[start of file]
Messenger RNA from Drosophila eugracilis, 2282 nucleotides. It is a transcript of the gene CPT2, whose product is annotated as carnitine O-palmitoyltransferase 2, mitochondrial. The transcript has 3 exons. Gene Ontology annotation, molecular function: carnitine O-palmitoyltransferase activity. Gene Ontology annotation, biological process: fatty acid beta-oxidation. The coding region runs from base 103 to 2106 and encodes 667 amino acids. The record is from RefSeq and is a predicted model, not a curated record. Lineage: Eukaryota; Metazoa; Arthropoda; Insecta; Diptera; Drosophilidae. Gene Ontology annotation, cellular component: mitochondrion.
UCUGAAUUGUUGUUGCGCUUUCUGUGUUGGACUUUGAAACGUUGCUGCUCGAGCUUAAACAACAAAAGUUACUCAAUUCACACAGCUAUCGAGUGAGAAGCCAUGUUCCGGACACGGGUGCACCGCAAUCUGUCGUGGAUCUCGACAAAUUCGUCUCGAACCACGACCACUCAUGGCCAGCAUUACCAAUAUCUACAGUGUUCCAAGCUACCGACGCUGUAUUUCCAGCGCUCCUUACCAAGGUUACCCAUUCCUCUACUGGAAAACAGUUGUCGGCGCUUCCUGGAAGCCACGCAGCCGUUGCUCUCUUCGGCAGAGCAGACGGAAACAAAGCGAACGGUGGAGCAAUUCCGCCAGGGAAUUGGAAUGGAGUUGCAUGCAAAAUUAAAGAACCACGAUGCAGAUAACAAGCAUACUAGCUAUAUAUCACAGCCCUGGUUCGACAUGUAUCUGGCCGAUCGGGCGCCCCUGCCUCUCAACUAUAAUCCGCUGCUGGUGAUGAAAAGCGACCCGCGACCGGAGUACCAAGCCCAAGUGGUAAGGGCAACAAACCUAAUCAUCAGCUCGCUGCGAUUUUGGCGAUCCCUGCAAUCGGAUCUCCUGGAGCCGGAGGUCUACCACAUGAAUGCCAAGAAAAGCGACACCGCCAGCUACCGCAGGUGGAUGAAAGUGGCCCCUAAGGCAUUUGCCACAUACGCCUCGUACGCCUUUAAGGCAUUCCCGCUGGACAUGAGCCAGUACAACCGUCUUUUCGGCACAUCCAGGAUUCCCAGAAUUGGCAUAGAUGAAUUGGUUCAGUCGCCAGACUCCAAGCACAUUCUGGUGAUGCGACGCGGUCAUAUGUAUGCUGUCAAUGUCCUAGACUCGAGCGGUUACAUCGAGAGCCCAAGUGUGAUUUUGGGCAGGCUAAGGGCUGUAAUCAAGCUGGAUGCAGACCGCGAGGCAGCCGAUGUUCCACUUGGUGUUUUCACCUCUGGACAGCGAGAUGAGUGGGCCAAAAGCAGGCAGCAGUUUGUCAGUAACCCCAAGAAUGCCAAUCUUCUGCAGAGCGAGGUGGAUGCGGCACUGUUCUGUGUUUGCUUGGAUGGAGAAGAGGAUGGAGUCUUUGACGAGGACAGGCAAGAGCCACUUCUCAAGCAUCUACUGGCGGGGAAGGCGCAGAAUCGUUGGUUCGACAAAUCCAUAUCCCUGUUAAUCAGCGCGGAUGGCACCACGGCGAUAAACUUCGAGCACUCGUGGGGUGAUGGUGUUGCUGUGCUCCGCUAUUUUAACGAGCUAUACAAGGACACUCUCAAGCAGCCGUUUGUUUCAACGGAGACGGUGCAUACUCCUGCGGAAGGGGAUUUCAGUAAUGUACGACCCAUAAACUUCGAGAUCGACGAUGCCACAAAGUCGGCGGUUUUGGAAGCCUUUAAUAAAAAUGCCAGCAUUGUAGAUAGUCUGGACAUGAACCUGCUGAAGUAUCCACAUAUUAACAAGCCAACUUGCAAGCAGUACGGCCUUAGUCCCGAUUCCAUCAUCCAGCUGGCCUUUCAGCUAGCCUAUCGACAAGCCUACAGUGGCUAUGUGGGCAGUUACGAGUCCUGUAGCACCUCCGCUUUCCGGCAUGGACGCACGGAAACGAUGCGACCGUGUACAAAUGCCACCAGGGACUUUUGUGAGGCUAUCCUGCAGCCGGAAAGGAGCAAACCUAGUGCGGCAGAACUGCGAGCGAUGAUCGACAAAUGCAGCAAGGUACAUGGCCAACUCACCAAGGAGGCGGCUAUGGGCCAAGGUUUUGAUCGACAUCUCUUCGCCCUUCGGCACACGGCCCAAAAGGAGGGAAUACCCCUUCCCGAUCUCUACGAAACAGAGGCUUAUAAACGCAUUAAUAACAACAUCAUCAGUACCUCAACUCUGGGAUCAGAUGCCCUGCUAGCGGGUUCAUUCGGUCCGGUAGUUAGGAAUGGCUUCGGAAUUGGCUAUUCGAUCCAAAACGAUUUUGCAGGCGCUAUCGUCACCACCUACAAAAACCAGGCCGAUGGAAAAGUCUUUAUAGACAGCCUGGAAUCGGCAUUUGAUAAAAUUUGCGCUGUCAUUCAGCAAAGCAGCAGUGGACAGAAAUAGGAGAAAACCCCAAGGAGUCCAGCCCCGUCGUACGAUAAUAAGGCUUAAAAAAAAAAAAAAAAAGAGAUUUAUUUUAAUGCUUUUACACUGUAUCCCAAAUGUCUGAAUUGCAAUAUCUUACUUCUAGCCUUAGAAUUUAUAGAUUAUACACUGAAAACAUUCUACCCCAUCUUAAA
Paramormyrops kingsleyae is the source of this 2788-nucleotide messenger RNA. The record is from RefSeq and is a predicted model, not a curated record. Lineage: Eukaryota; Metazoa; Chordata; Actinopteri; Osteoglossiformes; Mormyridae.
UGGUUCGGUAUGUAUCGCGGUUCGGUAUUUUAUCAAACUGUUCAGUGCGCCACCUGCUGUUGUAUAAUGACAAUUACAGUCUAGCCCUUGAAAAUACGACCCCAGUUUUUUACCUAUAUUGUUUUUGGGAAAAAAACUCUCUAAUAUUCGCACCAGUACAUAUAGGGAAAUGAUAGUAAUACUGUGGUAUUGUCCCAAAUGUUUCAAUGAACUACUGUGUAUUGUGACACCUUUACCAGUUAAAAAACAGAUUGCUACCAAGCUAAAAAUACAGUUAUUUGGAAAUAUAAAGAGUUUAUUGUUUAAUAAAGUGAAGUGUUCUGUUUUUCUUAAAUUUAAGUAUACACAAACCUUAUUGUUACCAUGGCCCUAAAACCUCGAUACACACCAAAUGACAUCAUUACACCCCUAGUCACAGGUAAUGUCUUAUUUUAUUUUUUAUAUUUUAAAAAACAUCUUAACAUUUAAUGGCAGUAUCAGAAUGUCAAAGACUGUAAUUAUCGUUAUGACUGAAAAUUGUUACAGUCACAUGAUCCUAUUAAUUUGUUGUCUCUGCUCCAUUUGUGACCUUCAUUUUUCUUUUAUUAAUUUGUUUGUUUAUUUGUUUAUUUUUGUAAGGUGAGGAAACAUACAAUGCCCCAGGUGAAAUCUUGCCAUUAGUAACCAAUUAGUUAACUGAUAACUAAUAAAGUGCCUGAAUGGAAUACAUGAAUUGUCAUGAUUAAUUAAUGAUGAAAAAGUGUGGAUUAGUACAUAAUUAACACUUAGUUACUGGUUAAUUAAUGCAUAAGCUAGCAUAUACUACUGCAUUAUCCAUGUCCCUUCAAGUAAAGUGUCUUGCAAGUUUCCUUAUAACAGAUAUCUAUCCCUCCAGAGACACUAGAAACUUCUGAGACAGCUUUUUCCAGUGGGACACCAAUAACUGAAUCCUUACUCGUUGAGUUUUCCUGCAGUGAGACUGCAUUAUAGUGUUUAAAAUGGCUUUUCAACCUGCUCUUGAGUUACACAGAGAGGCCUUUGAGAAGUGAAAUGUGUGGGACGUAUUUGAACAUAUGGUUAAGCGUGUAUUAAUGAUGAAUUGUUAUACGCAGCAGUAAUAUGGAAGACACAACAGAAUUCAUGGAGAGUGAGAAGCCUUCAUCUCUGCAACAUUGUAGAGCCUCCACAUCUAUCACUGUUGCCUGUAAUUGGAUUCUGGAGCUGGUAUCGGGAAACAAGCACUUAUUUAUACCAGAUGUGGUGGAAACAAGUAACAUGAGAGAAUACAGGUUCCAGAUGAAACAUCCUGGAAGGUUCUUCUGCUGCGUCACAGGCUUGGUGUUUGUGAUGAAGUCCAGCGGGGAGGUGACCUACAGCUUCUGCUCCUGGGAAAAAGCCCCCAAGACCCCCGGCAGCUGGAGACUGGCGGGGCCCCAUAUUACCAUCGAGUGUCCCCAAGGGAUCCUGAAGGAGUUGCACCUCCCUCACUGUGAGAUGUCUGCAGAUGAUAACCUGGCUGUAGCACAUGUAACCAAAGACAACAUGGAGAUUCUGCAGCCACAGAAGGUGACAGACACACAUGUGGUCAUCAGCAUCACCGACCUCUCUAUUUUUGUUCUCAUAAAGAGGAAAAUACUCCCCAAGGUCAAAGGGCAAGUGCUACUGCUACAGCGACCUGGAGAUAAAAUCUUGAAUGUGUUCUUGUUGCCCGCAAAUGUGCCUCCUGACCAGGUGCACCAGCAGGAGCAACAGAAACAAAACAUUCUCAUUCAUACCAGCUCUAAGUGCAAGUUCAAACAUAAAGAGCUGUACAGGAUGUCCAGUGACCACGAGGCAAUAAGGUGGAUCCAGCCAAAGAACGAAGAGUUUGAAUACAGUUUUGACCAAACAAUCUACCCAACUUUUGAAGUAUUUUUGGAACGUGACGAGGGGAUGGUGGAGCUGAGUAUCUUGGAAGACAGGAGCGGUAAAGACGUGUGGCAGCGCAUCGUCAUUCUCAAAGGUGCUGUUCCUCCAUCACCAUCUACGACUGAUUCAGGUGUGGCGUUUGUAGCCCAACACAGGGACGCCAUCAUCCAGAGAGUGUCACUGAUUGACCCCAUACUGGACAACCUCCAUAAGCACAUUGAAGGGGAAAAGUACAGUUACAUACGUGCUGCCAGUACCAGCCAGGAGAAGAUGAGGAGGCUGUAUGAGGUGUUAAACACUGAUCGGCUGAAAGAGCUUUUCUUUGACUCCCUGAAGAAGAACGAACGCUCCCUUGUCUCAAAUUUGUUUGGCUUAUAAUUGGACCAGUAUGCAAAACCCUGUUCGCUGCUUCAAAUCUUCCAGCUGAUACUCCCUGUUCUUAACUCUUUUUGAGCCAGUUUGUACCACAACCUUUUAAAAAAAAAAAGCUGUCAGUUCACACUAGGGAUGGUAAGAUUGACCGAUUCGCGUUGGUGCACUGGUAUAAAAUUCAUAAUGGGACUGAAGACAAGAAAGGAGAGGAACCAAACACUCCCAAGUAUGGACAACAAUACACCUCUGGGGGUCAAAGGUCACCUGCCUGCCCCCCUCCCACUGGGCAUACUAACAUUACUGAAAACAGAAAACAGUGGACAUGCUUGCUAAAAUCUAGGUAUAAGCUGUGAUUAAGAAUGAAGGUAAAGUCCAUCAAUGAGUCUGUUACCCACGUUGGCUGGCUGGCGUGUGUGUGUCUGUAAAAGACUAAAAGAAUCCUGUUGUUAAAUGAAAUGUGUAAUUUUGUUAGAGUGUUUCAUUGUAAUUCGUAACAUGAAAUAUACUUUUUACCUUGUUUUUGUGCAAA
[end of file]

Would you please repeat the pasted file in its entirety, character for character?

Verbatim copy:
Messenger RNA from Drosophila eugracilis, 2282 nucleotides. It is a transcript of the gene CPT2, whose product is annotated as carnitine O-palmitoyltransferase 2, mitochondrial. The transcript has 3 exons. Gene Ontology annotation, molecular function: carnitine O-palmitoyltransferase activity. Gene Ontology annotation, biological process: fatty acid beta-oxidation. The coding region runs from base 103 to 2106 and encodes 667 amino acids. The record is from RefSeq and is a predicted model, not a curated record. Lineage: Eukaryota; Metazoa; Arthropoda; Insecta; Diptera; Drosophilidae. Gene Ontology annotation, cellular component: mitochondrion.
UCUGAAUUGUUGUUGCGCUUUCUGUGUUGGACUUUGAAACGUUGCUGCUCGAGCUUAAACAACAAAAGUUACUCAAUUCACACAGCUAUCGAGUGAGAAGCCAUGUUCCGGACACGGGUGCACCGCAAUCUGUCGUGGAUCUCGACAAAUUCGUCUCGAACCACGACCACUCAUGGCCAGCAUUACCAAUAUCUACAGUGUUCCAAGCUACCGACGCUGUAUUUCCAGCGCUCCUUACCAAGGUUACCCAUUCCUCUACUGGAAAACAGUUGUCGGCGCUUCCUGGAAGCCACGCAGCCGUUGCUCUCUUCGGCAGAGCAGACGGAAACAAAGCGAACGGUGGAGCAAUUCCGCCAGGGAAUUGGAAUGGAGUUGCAUGCAAAAUUAAAGAACCACGAUGCAGAUAACAAGCAUACUAGCUAUAUAUCACAGCCCUGGUUCGACAUGUAUCUGGCCGAUCGGGCGCCCCUGCCUCUCAACUAUAAUCCGCUGCUGGUGAUGAAAAGCGACCCGCGACCGGAGUACCAAGCCCAAGUGGUAAGGGCAACAAACCUAAUCAUCAGCUCGCUGCGAUUUUGGCGAUCCCUGCAAUCGGAUCUCCUGGAGCCGGAGGUCUACCACAUGAAUGCCAAGAAAAGCGACACCGCCAGCUACCGCAGGUGGAUGAAAGUGGCCCCUAAGGCAUUUGCCACAUACGCCUCGUACGCCUUUAAGGCAUUCCCGCUGGACAUGAGCCAGUACAACCGUCUUUUCGGCACAUCCAGGAUUCCCAGAAUUGGCAUAGAUGAAUUGGUUCAGUCGCCAGACUCCAAGCACAUUCUGGUGAUGCGACGCGGUCAUAUGUAUGCUGUCAAUGUCCUAGACUCGAGCGGUUACAUCGAGAGCCCAAGUGUGAUUUUGGGCAGGCUAAGGGCUGUAAUCAAGCUGGAUGCAGACCGCGAGGCAGCCGAUGUUCCACUUGGUGUUUUCACCUCUGGACAGCGAGAUGAGUGGGCCAAAAGCAGGCAGCAGUUUGUCAGUAACCCCAAGAAUGCCAAUCUUCUGCAGAGCGAGGUGGAUGCGGCACUGUUCUGUGUUUGCUUGGAUGGAGAAGAGGAUGGAGUCUUUGACGAGGACAGGCAAGAGCCACUUCUCAAGCAUCUACUGGCGGGGAAGGCGCAGAAUCGUUGGUUCGACAAAUCCAUAUCCCUGUUAAUCAGCGCGGAUGGCACCACGGCGAUAAACUUCGAGCACUCGUGGGGUGAUGGUGUUGCUGUGCUCCGCUAUUUUAACGAGCUAUACAAGGACACUCUCAAGCAGCCGUUUGUUUCAACGGAGACGGUGCAUACUCCUGCGGAAGGGGAUUUCAGUAAUGUACGACCCAUAAACUUCGAGAUCGACGAUGCCACAAAGUCGGCGGUUUUGGAAGCCUUUAAUAAAAAUGCCAGCAUUGUAGAUAGUCUGGACAUGAACCUGCUGAAGUAUCCACAUAUUAACAAGCCAACUUGCAAGCAGUACGGCCUUAGUCCCGAUUCCAUCAUCCAGCUGGCCUUUCAGCUAGCCUAUCGACAAGCCUACAGUGGCUAUGUGGGCAGUUACGAGUCCUGUAGCACCUCCGCUUUCCGGCAUGGACGCACGGAAACGAUGCGACCGUGUACAAAUGCCACCAGGGACUUUUGUGAGGCUAUCCUGCAGCCGGAAAGGAGCAAACCUAGUGCGGCAGAACUGCGAGCGAUGAUCGACAAAUGCAGCAAGGUACAUGGCCAACUCACCAAGGAGGCGGCUAUGGGCCAAGGUUUUGAUCGACAUCUCUUCGCCCUUCGGCACACGGCCCAAAAGGAGGGAAUACCCCUUCCCGAUCUCUACGAAACAGAGGCUUAUAAACGCAUUAAUAACAACAUCAUCAGUACCUCAACUCUGGGAUCAGAUGCCCUGCUAGCGGGUUCAUUCGGUCCGGUAGUUAGGAAUGGCUUCGGAAUUGGCUAUUCGAUCCAAAACGAUUUUGCAGGCGCUAUCGUCACCACCUACAAAAACCAGGCCGAUGGAAAAGUCUUUAUAGACAGCCUGGAAUCGGCAUUUGAUAAAAUUUGCGCUGUCAUUCAGCAAAGCAGCAGUGGACAGAAAUAGGAGAAAACCCCAAGGAGUCCAGCCCCGUCGUACGAUAAUAAGGCUUAAAAAAAAAAAAAAAAAGAGAUUUAUUUUAAUGCUUUUACACUGUAUCCCAAAUGUCUGAAUUGCAAUAUCUUACUUCUAGCCUUAGAAUUUAUAGAUUAUACACUGAAAACAUUCUACCCCAUCUUAAA
Paramormyrops kingsleyae is the source of this 2788-nucleotide messenger RNA. The record is from RefSeq and is a predicted model, not a curated record. Lineage: Eukaryota; Metazoa; Chordata; Actinopteri; Osteoglossiformes; Mormyridae.
UGGUUCGGUAUGUAUCGCGGUUCGGUAUUUUAUCAAACUGUUCAGUGCGCCACCUGCUGUUGUAUAAUGACAAUUACAGUCUAGCCCUUGAAAAUACGACCCCAGUUUUUUACCUAUAUUGUUUUUGGGAAAAAAACUCUCUAAUAUUCGCACCAGUACAUAUAGGGAAAUGAUAGUAAUACUGUGGUAUUGUCCCAAAUGUUUCAAUGAACUACUGUGUAUUGUGACACCUUUACCAGUUAAAAAACAGAUUGCUACCAAGCUAAAAAUACAGUUAUUUGGAAAUAUAAAGAGUUUAUUGUUUAAUAAAGUGAAGUGUUCUGUUUUUCUUAAAUUUAAGUAUACACAAACCUUAUUGUUACCAUGGCCCUAAAACCUCGAUACACACCAAAUGACAUCAUUACACCCCUAGUCACAGGUAAUGUCUUAUUUUAUUUUUUAUAUUUUAAAAAACAUCUUAACAUUUAAUGGCAGUAUCAGAAUGUCAAAGACUGUAAUUAUCGUUAUGACUGAAAAUUGUUACAGUCACAUGAUCCUAUUAAUUUGUUGUCUCUGCUCCAUUUGUGACCUUCAUUUUUCUUUUAUUAAUUUGUUUGUUUAUUUGUUUAUUUUUGUAAGGUGAGGAAACAUACAAUGCCCCAGGUGAAAUCUUGCCAUUAGUAACCAAUUAGUUAACUGAUAACUAAUAAAGUGCCUGAAUGGAAUACAUGAAUUGUCAUGAUUAAUUAAUGAUGAAAAAGUGUGGAUUAGUACAUAAUUAACACUUAGUUACUGGUUAAUUAAUGCAUAAGCUAGCAUAUACUACUGCAUUAUCCAUGUCCCUUCAAGUAAAGUGUCUUGCAAGUUUCCUUAUAACAGAUAUCUAUCCCUCCAGAGACACUAGAAACUUCUGAGACAGCUUUUUCCAGUGGGACACCAAUAACUGAAUCCUUACUCGUUGAGUUUUCCUGCAGUGAGACUGCAUUAUAGUGUUUAAAAUGGCUUUUCAACCUGCUCUUGAGUUACACAGAGAGGCCUUUGAGAAGUGAAAUGUGUGGGACGUAUUUGAACAUAUGGUUAAGCGUGUAUUAAUGAUGAAUUGUUAUACGCAGCAGUAAUAUGGAAGACACAACAGAAUUCAUGGAGAGUGAGAAGCCUUCAUCUCUGCAACAUUGUAGAGCCUCCACAUCUAUCACUGUUGCCUGUAAUUGGAUUCUGGAGCUGGUAUCGGGAAACAAGCACUUAUUUAUACCAGAUGUGGUGGAAACAAGUAACAUGAGAGAAUACAGGUUCCAGAUGAAACAUCCUGGAAGGUUCUUCUGCUGCGUCACAGGCUUGGUGUUUGUGAUGAAGUCCAGCGGGGAGGUGACCUACAGCUUCUGCUCCUGGGAAAAAGCCCCCAAGACCCCCGGCAGCUGGAGACUGGCGGGGCCCCAUAUUACCAUCGAGUGUCCCCAAGGGAUCCUGAAGGAGUUGCACCUCCCUCACUGUGAGAUGUCUGCAGAUGAUAACCUGGCUGUAGCACAUGUAACCAAAGACAACAUGGAGAUUCUGCAGCCACAGAAGGUGACAGACACACAUGUGGUCAUCAGCAUCACCGACCUCUCUAUUUUUGUUCUCAUAAAGAGGAAAAUACUCCCCAAGGUCAAAGGGCAAGUGCUACUGCUACAGCGACCUGGAGAUAAAAUCUUGAAUGUGUUCUUGUUGCCCGCAAAUGUGCCUCCUGACCAGGUGCACCAGCAGGAGCAACAGAAACAAAACAUUCUCAUUCAUACCAGCUCUAAGUGCAAGUUCAAACAUAAAGAGCUGUACAGGAUGUCCAGUGACCACGAGGCAAUAAGGUGGAUCCAGCCAAAGAACGAAGAGUUUGAAUACAGUUUUGACCAAACAAUCUACCCAACUUUUGAAGUAUUUUUGGAACGUGACGAGGGGAUGGUGGAGCUGAGUAUCUUGGAAGACAGGAGCGGUAAAGACGUGUGGCAGCGCAUCGUCAUUCUCAAAGGUGCUGUUCCUCCAUCACCAUCUACGACUGAUUCAGGUGUGGCGUUUGUAGCCCAACACAGGGACGCCAUCAUCCAGAGAGUGUCACUGAUUGACCCCAUACUGGACAACCUCCAUAAGCACAUUGAAGGGGAAAAGUACAGUUACAUACGUGCUGCCAGUACCAGCCAGGAGAAGAUGAGGAGGCUGUAUGAGGUGUUAAACACUGAUCGGCUGAAAGAGCUUUUCUUUGACUCCCUGAAGAAGAACGAACGCUCCCUUGUCUCAAAUUUGUUUGGCUUAUAAUUGGACCAGUAUGCAAAACCCUGUUCGCUGCUUCAAAUCUUCCAGCUGAUACUCCCUGUUCUUAACUCUUUUUGAGCCAGUUUGUACCACAACCUUUUAAAAAAAAAAAGCUGUCAGUUCACACUAGGGAUGGUAAGAUUGACCGAUUCGCGUUGGUGCACUGGUAUAAAAUUCAUAAUGGGACUGAAGACAAGAAAGGAGAGGAACCAAACACUCCCAAGUAUGGACAACAAUACACCUCUGGGGGUCAAAGGUCACCUGCCUGCCCCCCUCCCACUGGGCAUACUAACAUUACUGAAAACAGAAAACAGUGGACAUGCUUGCUAAAAUCUAGGUAUAAGCUGUGAUUAAGAAUGAAGGUAAAGUCCAUCAAUGAGUCUGUUACCCACGUUGGCUGGCUGGCGUGUGUGUGUCUGUAAAAGACUAAAAGAAUCCUGUUGUUAAAUGAAAUGUGUAAUUUUGUUAGAGUGUUUCAUUGUAAUUCGUAACAUGAAAUAUACUUUUUACCUUGUUUUUGUGCAAA